Geographic Variation: A View From the Hospital Sector, by Rachel Mosher Henke, William D. Marder, Bernard S. Friedman, and Herbert S. Wong (MCRR)
Efforts to characterize geographic variation in health care utilization and spending have focused on patterns observed with Medicare data. The authors analyzed the Healthcare Cost and Utilization Project national all-payer data for inpatient stays to assess variation in hospitalizations by age groups and, consequently, to understand how utilization of the Medicare population may differ from the population of other payers. The authors found that the correlation between inpatient discharges and costs per capita for the Medicare-eligible population over 65 and younger age groups increased from moderate to strong with age. These findings suggest examining Medicare inpatient data alone may provide a useful but not comprehensive understanding how hospital utilization and costs vary for the total population.
Medicare’s Payment Policy for Hospital-Acquired Conditions : Perspectives of Administrators From Safety Net Hospitals, by Megan McHugh, Kevin Van Dyke, Awo Osei-Anto, and Ahmed Haque (MCRR)
In 2008, Medicare implemented a policy limiting reimbursement to hospitals for treating avoidable hospital-acquired conditions (HACs). Although the policy will expand nationally to Medicaid programs in 2011, little is known about the impact on safety net hospitals. The authors conducted interviews with 60 chief quality officers and 55 chief financial officers from safety net hospitals to explore the impact of Medicare’s HACs policy during its first year. Despite the predicted small financial impact, the authors found that the policy gained the attention of hospital leaders and many governing boards. Although the policy reportedly provided additional motivation to reduce HACs, few hospitals implemented new care practices and instead focused on documenting conditions that are present for patients on admission. The findings also illustrate the need for Centers for Medicare & Medicaid Services to provide more guidance to the industry when this type of policy is introduced.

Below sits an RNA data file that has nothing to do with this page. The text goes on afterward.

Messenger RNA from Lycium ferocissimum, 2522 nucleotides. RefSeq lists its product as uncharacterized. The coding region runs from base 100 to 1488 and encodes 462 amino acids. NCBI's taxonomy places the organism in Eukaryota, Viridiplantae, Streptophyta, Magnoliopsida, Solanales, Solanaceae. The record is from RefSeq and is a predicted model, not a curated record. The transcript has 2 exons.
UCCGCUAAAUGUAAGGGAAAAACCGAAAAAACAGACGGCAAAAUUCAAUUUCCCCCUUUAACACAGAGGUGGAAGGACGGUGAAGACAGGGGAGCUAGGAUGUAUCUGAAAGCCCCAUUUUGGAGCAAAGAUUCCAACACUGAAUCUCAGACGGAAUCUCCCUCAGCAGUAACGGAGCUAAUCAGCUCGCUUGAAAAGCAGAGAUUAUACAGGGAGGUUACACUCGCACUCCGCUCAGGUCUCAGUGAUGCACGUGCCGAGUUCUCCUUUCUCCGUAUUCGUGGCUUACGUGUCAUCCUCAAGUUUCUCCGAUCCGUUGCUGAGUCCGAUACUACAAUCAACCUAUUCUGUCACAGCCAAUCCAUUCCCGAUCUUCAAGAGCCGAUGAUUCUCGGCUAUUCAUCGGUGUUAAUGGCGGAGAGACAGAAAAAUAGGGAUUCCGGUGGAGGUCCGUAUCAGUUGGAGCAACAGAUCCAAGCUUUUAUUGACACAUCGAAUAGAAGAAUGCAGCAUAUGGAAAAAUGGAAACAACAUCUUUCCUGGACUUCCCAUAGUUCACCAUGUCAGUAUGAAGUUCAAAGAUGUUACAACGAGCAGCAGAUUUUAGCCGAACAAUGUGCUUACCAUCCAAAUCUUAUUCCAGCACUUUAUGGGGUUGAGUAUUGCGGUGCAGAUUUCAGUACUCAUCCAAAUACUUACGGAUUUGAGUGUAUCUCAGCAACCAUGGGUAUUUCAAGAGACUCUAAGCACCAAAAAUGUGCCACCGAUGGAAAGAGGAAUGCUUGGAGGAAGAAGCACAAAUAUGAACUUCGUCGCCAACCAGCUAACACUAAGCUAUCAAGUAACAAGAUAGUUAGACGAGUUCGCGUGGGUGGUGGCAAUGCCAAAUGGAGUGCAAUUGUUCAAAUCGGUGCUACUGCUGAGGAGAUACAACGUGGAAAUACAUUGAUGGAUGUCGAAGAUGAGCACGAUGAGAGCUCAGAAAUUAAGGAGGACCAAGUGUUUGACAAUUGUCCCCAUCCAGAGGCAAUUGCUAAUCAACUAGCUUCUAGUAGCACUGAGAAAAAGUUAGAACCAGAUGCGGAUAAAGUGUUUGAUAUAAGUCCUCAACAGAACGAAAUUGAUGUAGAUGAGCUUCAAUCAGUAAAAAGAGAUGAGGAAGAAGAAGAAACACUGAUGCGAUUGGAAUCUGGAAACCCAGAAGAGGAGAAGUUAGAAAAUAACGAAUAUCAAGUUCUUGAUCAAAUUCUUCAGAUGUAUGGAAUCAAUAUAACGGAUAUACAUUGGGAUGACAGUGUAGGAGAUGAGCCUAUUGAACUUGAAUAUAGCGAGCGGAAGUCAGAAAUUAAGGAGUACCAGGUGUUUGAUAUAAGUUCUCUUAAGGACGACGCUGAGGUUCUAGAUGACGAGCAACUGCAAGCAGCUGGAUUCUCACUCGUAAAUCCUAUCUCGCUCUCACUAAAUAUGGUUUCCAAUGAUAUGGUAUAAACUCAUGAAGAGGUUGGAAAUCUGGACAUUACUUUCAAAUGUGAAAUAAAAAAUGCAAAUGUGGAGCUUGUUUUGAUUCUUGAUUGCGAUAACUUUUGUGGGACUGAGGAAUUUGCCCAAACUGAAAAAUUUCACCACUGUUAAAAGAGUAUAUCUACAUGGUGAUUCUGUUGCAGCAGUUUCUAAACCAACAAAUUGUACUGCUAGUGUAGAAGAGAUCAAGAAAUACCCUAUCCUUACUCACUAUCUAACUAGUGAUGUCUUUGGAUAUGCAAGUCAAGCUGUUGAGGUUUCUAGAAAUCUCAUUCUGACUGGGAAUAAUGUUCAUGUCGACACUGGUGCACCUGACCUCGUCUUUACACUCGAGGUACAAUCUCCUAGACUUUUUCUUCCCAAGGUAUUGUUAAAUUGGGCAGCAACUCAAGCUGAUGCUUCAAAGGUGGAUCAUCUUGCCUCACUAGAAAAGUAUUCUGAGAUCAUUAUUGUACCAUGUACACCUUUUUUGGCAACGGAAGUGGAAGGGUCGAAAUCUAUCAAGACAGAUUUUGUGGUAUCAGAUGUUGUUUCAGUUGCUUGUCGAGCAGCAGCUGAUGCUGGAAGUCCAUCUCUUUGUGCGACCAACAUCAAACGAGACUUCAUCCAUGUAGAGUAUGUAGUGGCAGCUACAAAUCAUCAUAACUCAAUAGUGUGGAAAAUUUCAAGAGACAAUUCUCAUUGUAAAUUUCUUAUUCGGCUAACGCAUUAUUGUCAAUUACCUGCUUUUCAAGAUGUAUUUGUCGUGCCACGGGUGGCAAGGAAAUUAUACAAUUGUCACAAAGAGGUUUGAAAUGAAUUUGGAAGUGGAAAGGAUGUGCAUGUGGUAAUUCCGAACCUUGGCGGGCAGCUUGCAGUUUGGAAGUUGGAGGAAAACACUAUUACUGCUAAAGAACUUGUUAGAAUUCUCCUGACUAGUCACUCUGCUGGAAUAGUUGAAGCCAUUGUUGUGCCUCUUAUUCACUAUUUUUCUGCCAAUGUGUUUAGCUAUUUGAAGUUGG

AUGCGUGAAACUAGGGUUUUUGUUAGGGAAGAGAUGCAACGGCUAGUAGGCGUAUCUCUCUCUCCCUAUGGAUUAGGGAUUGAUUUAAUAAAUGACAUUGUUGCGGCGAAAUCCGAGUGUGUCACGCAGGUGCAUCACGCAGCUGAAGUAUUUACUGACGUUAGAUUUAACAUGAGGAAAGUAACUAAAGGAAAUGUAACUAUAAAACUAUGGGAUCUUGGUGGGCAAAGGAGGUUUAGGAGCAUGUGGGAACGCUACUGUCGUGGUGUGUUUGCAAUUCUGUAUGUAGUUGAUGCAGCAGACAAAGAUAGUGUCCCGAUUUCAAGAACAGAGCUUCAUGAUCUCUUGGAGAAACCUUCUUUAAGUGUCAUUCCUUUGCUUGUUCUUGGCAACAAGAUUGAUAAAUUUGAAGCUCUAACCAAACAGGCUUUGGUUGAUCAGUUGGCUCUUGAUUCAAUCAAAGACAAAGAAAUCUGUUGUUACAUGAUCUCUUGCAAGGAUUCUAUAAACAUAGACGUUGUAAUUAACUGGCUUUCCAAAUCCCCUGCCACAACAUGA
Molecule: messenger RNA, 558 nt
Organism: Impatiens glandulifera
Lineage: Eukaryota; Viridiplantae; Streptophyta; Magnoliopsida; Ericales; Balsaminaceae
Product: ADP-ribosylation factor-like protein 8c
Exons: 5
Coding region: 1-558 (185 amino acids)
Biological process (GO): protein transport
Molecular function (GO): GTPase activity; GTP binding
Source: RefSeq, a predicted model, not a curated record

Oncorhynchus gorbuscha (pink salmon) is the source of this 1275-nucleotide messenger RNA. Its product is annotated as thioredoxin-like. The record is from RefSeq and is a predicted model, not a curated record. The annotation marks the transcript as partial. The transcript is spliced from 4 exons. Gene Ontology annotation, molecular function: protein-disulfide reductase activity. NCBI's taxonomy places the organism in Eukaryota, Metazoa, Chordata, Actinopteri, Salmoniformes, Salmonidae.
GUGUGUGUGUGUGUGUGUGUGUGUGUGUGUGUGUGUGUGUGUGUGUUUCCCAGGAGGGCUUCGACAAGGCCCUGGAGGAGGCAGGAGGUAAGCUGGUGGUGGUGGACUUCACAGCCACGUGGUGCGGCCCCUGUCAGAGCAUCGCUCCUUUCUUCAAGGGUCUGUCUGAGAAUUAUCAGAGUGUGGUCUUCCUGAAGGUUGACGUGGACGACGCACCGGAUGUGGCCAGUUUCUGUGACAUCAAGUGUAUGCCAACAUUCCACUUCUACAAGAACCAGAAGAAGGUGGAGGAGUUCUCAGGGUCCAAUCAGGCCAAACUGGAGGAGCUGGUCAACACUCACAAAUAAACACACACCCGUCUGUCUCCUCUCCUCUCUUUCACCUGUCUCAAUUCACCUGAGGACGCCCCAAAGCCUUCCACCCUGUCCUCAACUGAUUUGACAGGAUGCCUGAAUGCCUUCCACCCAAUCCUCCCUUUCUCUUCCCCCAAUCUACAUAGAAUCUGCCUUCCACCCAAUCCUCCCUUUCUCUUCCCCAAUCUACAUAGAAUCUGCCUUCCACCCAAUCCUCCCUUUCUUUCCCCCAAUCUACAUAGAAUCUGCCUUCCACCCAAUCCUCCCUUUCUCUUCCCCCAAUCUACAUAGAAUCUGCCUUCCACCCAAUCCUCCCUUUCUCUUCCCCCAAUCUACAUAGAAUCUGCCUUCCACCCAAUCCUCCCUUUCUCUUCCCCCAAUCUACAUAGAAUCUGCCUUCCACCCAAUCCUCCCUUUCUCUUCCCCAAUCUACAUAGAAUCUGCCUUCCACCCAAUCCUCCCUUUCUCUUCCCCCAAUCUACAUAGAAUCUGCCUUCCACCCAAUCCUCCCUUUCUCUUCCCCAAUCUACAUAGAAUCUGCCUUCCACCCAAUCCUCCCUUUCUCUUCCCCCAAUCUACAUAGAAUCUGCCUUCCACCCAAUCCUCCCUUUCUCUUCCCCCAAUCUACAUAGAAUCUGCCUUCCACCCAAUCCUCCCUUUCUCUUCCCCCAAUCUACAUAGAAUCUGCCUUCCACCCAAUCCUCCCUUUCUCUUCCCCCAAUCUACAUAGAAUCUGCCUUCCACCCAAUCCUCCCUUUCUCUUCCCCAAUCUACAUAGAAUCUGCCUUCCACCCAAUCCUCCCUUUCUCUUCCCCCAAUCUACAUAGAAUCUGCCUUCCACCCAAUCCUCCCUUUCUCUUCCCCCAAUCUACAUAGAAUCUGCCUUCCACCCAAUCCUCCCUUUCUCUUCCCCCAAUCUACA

The Doctor Might See You Now: The Supply Side Effects of Public Health Insurance Expansions, by Craig L. Garthwaite (NBER Working Paper)
In the United States, public health insurance programs cover over 90 million individuals. Changes in the scope of these programs, such as the Medicaid expansions under the recently passed Patient Protection and Affordable Care Act, may have large effects on physician behavior. This study finds that following the implementation of the State Children’s Health Insurance Program, physicians decreased the number of hours spent with patients, but increased their participation in the expanded program. Suggestive evidence is found that this decrease in hours was a result of shorter office visits. These findings are consistent with the predictions from a mixed-economy model of physician behavior with public and private payers and also provide evidence of crowd out resulting from the creation of SCHIP.
Spending to Save — ACOs and the Medicare Shared Savings Program, Paul B. Ginsburg (NEJM)